Even at a time when the falling prices of LCD TVs are competing with imminently redundant CRTs, paying less than a grand for a 32-inch model represents great value for money.
LG's 32LX2R can claim such affordability -- you can find online for as little as £850 -- but if you want to cut costs you can expect a few compromises. So, while the screen affords a stylish design, the build quality is questionable. And although the specification is high-definition compatible, there's no integrated digital TV tuner and it has fewer connection options than pricier models.
However, the 32LX2R is extremely easy to use and includes several extra-curricular features and picture-processing technologies that enhance overall performance. The standard of analogue TV images is excellent and HDMI-induced video images are more than competent, if not quite as able as Samsung's similarly priced.
If you're a budget buyer then LG's 32LX2R should be a certainty for your short list.
In a line up of the latest high-definition LCDs you wouldn't immediately identify LG's 32LX2R as a budget model. The sleek, heavily glossed black frame, which extends to a pair of integrated speakers at each side, isn't aesthetically embarrassed by more expensive screens. But closer inspection reveals a lightweight, plastic build quality that isn't altogether surprising considering the cost.
What is unexpected is a generous accessory pack, which includes a collection of PC-orientated cables and extras that most manufacturers don't offer for free. There's also a set of wall-mounting supports to substitute the accompanying swivel stand -- small extras, but nonetheless appreciated.
After some searching you'll find an arrangement of primary controls across the underside of the screen, although they're poorly labelled. A stylish neon blue light underscores the logo when you turn the TV on, which never fails to elicit "oohs" from bystanders.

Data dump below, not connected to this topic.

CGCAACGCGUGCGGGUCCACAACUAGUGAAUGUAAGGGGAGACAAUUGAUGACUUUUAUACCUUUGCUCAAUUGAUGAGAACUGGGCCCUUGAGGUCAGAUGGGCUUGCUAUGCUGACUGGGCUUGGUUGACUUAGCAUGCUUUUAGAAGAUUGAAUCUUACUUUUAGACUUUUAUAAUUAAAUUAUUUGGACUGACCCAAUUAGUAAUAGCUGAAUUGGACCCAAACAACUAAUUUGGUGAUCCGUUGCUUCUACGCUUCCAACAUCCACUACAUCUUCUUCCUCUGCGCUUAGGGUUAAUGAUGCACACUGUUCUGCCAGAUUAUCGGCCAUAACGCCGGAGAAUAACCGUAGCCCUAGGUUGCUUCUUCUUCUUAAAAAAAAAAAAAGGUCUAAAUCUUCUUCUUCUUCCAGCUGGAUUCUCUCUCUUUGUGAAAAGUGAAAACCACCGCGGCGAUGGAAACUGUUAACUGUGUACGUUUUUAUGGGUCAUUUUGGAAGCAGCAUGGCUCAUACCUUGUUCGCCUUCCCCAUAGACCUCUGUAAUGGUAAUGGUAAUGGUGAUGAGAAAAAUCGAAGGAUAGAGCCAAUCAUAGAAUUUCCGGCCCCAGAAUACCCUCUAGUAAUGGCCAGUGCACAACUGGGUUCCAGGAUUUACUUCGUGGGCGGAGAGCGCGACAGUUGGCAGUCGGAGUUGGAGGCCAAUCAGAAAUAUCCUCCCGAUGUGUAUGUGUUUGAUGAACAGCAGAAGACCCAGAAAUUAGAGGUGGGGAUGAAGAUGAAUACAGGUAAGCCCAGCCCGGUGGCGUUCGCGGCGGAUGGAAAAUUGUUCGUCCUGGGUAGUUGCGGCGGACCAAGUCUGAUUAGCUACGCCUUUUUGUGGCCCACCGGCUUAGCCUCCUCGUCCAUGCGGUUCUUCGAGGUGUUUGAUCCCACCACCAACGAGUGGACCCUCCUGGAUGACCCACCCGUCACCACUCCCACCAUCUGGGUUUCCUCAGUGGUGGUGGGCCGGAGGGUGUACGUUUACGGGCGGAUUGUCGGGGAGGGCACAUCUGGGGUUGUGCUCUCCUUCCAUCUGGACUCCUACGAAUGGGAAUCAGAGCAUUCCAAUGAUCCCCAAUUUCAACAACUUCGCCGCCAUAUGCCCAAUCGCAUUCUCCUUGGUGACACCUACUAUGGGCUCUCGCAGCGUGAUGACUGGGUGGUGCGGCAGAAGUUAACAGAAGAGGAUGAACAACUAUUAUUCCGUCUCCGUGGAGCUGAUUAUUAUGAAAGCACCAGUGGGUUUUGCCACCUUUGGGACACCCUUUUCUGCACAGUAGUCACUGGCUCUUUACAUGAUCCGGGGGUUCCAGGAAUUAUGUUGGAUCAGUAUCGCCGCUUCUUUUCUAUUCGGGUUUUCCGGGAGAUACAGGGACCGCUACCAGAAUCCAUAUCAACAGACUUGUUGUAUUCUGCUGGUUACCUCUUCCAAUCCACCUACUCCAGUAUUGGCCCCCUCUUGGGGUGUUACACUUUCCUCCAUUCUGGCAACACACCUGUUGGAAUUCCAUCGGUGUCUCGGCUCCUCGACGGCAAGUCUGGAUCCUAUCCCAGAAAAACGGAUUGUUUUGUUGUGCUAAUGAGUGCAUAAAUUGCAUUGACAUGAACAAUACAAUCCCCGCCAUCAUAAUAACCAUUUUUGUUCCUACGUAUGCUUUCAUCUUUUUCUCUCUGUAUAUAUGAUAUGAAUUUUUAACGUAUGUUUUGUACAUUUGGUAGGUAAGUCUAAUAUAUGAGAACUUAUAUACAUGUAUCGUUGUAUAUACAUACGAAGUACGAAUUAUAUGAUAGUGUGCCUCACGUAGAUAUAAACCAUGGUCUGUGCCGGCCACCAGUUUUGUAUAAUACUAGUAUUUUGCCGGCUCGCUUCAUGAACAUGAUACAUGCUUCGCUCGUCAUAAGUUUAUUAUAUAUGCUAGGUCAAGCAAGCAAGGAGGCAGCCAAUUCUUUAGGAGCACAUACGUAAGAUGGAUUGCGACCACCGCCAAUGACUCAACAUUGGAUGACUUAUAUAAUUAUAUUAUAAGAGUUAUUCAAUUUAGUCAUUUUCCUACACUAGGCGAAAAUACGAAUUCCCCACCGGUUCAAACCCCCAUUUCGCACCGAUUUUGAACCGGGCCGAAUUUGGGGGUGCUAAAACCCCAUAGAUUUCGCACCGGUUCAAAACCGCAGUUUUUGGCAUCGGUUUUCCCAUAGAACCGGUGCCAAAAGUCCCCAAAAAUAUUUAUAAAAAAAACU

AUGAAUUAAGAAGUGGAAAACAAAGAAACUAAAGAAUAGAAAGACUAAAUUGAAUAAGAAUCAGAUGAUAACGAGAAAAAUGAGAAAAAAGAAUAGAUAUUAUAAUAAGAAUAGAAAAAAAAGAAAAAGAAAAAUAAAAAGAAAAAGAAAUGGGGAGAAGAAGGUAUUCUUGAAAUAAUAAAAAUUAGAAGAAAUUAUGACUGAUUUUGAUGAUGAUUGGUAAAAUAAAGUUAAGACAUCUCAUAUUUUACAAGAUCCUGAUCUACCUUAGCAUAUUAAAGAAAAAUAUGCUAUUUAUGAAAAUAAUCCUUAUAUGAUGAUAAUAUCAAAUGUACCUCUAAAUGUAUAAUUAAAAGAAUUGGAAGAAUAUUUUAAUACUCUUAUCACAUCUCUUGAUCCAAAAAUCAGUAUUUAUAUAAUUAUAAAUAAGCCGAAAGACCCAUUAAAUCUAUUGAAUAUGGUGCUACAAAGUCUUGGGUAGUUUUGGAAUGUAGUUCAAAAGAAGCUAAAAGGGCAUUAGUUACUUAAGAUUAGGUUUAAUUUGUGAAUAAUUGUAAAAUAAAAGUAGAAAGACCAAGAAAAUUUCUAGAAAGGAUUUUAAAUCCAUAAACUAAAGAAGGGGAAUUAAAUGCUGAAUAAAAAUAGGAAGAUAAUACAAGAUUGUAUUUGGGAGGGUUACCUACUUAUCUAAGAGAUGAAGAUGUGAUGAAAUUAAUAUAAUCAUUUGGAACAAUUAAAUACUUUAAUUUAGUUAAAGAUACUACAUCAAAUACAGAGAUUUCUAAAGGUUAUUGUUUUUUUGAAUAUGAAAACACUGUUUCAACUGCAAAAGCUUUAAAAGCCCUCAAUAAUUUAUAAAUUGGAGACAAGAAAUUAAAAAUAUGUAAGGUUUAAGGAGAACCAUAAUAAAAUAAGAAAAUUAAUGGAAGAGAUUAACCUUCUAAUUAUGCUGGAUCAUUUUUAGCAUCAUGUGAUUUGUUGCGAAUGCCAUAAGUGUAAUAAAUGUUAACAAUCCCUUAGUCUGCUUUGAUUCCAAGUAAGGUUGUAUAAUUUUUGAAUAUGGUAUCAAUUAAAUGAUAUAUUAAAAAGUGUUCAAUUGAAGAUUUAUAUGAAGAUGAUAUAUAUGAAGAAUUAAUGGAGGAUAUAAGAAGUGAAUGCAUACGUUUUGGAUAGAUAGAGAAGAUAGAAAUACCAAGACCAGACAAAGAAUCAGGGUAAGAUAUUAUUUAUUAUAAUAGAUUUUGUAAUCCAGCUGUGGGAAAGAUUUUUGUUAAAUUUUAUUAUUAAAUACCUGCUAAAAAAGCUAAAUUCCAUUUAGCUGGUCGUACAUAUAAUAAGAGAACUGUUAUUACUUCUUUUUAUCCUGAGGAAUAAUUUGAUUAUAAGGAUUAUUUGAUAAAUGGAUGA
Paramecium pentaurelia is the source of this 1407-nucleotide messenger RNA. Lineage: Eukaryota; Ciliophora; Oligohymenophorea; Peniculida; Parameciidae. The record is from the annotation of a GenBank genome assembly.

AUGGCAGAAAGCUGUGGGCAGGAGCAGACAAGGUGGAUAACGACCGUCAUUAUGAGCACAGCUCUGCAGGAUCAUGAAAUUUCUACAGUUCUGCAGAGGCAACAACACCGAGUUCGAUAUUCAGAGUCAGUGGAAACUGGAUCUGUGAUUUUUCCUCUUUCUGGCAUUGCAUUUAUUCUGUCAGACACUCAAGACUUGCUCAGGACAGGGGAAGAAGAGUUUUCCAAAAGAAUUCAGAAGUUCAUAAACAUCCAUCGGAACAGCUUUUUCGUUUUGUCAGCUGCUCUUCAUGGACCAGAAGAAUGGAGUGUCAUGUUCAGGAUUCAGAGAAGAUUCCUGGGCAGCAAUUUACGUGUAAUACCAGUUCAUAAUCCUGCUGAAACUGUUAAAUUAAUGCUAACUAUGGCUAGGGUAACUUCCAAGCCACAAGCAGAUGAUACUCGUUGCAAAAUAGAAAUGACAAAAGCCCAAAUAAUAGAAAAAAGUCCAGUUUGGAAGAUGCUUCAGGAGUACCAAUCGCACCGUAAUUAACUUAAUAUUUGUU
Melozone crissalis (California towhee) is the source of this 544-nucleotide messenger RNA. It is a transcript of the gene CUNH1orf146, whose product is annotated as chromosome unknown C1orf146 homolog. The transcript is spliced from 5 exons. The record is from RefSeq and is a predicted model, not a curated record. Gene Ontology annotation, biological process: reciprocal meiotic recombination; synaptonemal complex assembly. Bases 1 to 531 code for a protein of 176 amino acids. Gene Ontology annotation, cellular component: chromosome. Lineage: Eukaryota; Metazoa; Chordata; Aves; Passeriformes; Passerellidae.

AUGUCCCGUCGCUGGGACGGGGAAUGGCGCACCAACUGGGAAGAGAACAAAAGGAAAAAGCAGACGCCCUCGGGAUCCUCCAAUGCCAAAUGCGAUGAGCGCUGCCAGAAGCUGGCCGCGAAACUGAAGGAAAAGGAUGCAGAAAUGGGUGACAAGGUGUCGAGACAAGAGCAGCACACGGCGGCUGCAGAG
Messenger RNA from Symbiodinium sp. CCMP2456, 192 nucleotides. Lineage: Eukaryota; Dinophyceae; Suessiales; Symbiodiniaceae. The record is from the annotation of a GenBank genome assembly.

All types of AV connections are accounted for but without the same multiple options that some screens can offer. For instance, there are no additional easy-access inputs for a games console or camcorder -- meaning you have to probe behind the screen to make often-temporary composite or S-Video connections.
Strangely, component inputs are separate, to the side of the rear panel arrangement, while the rest of the connections are located beneath a removable hood. The collection includes standard AV inputs, two Scart terminals (only one is RGB-enabled) and an HDMI digital input for receiving high-definition signals. There's also a DVI-I input for PC or DTV applications with an accompanying audio input. It's less than extensive, but nonetheless accommodating enough to cater for most components.
Unfortunately, the remote doesn't share the same appeal as the screen. The hefty design offers an insight to the multitude of features available but it looks overcrowded and cumbersome.
The screen's native WXGA (1,366x768-pixel) resolution is compatible with high-definition signals up to 720p and 1080i formats -- so you can watch Sky's upcoming HDTV services and high-definition quality video from a compatible DVD player using the HDMI digital input.